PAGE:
In 2016, Ukrainian society made some key steps in its fight against corruption. E-government, and particularly e-procurement, has advanced significantly in Ukraine since 2014. The introduction of e-declarations for public officials’ income, property and spending meant that Ukraine was placed fourth in a list of the most open governments in Eastern Europe. However, despite this progress, corruption remains a major problem. According to Transparency International, in 2015 the country was ranked 130th out of 168 in public perception of corruption, at the same level as Iran, Cameroon and Nepal.
The poor and vulnerable suffer most from administrative corruption, as they rely heavily on public services. Ukraine is still one of the poorest countries in Europe. The minimal monthly salary is around €58, compared to €215 in Bulgaria and €276 in Romania. According to research on corruption conducted by the UNITER Pact in 2015, a third of the population thought corruption had become more prevalent since the Euromaidan revolution of Euromaidan. The research also showed a decrease in public trust in all government bodies. This has had a very concrete effect on the daily life of Ukrainians who would like to start small businesses, take children to kindergarten or have proper medical examinations without paying bribes.
First of all, combatting corruption requires targeted measures, and robust institutions that can take them. Ukraine has made impressive efforts through legislation and with the establishment of three new anti-corruption agencies. A strong anti-corruption response also requires an intersectoral approach and needs to be made throughout all government departments. Establishing anti-corruption focal points in every ministry is the first major step. These focal points, however, require the knowledge and skills they need to deliver results. Initiatives such as UNDP-led training with the Ministry of Health on conflict of interest help to move the process forward.
Secondly, the country needs open and transparent procurement systems that identify and mitigate corruption risks. ProZorro, the state e-procurement system is now being used nationwide for all public procurement. UNDP is also working with the Ministry of Health to establish a procurement system that will ensure effective and transparent delivery of medicines, while putting electronic stock management in place to provide real-time data and information on medicine supplies.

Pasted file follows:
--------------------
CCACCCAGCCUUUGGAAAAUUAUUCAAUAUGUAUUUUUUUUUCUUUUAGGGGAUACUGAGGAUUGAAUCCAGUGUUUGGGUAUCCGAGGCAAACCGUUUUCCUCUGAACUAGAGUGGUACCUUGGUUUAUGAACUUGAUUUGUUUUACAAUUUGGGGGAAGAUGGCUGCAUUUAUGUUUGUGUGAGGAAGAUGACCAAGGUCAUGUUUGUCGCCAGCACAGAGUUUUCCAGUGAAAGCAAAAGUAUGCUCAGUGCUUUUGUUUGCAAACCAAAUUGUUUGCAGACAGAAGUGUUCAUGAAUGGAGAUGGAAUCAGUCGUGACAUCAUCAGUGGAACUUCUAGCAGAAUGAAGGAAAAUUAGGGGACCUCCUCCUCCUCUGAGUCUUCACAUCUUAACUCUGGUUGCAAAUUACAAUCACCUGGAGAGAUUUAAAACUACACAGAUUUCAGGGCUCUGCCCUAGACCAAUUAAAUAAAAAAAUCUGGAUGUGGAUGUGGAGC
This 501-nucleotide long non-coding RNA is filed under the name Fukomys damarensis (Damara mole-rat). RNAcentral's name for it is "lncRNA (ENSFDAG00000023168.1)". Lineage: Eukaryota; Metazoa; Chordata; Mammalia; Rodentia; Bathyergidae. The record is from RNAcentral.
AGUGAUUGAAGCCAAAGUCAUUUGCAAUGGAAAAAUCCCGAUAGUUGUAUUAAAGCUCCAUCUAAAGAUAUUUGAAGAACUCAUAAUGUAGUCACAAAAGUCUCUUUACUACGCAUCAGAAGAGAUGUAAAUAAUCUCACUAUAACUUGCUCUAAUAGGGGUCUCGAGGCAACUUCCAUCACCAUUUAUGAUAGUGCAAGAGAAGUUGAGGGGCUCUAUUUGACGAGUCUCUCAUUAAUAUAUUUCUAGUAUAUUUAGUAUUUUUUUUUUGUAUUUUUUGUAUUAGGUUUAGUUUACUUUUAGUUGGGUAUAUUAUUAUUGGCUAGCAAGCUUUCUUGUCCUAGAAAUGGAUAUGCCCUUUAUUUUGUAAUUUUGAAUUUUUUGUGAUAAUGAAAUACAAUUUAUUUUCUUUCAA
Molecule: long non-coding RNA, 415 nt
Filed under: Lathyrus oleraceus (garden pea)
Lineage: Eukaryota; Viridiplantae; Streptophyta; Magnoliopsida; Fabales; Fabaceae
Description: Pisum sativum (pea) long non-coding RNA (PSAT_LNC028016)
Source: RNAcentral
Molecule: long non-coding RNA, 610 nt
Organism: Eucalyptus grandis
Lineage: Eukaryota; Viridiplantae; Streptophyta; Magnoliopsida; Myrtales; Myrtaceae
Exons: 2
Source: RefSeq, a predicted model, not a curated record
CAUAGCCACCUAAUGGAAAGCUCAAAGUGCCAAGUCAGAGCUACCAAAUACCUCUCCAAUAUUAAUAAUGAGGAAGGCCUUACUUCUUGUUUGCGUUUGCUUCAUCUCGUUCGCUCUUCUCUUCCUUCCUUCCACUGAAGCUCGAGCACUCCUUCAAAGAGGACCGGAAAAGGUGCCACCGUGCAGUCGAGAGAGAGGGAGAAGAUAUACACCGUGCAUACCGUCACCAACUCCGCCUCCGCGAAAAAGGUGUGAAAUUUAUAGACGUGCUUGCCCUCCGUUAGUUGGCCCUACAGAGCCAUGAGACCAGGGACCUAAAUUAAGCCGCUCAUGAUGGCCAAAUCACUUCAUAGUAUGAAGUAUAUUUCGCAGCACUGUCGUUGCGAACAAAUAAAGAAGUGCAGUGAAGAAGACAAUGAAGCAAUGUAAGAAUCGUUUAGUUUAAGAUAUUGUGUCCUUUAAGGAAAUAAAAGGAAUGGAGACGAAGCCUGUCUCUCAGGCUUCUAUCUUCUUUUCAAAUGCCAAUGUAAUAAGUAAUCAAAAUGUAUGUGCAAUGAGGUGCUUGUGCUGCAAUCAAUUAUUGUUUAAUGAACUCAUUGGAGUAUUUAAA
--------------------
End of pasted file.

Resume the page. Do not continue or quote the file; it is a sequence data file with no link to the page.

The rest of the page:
Thirdly, access to public information is essential for tracking and preventing corruption. Legislation on open data is critical, particularly for the construction industry, the utilization of public funds, and the registration of legal entities, land use and city plans. UNDP has been proud to support open data legislation in Ukraine that obliges government agencies to publish and update information regularly on the open data portal and their own websites. We have facilitated assessments of the open data legislation commissioning the Open Data Readiness Assessment and supporting the Open Parliament Action Plan, which enables legislators and civil society parliamentary monitors to improve the Parliament’s procedures and everyday practices. With the launch of the e-asset declaration system, over 130,000 politicians and senior civil servants openly showed their income, and citizens now have public access to officials’ spending, also in open data format.
Finally, tackling corruption requires a cultural change from all sectors of society: this needs to be supported by strong civic engagement. For this, we need open, vibrant and safe civic spaces within which civil society actors can interact with the Government and other service providers. Data should also be used a tool to demand key services that Ukrainians deserve: faster, better and citizen-centric services. Notably, building knowledge and skills to promote a cultural shift on corruption from both within Ukraine and abroad is essential. UNDP has organized a series of awareness raising campaigns on anti-corruption, including sessions for local CSOs and schools in Ukraine. We have also worked with our Ukrainian counterparts to build the knowledge and skills of civil servants, engage civil society in monitoring the quality of service provision and develop innovative offline and e-tools to increase transparency and improve feedback between civil society and service providers. Taking further steps to get services online in open formats with minimum paperwork would, in our view, minimize risks of possible corruption and maximize the efficiency of service provision.
Ultimately, a responsive, accountable and transparent provision of public service is a key to civic trust. And trust is a prerequisite for the success of the reforms, which all of us – Ukrainian society and the international community – desperately need.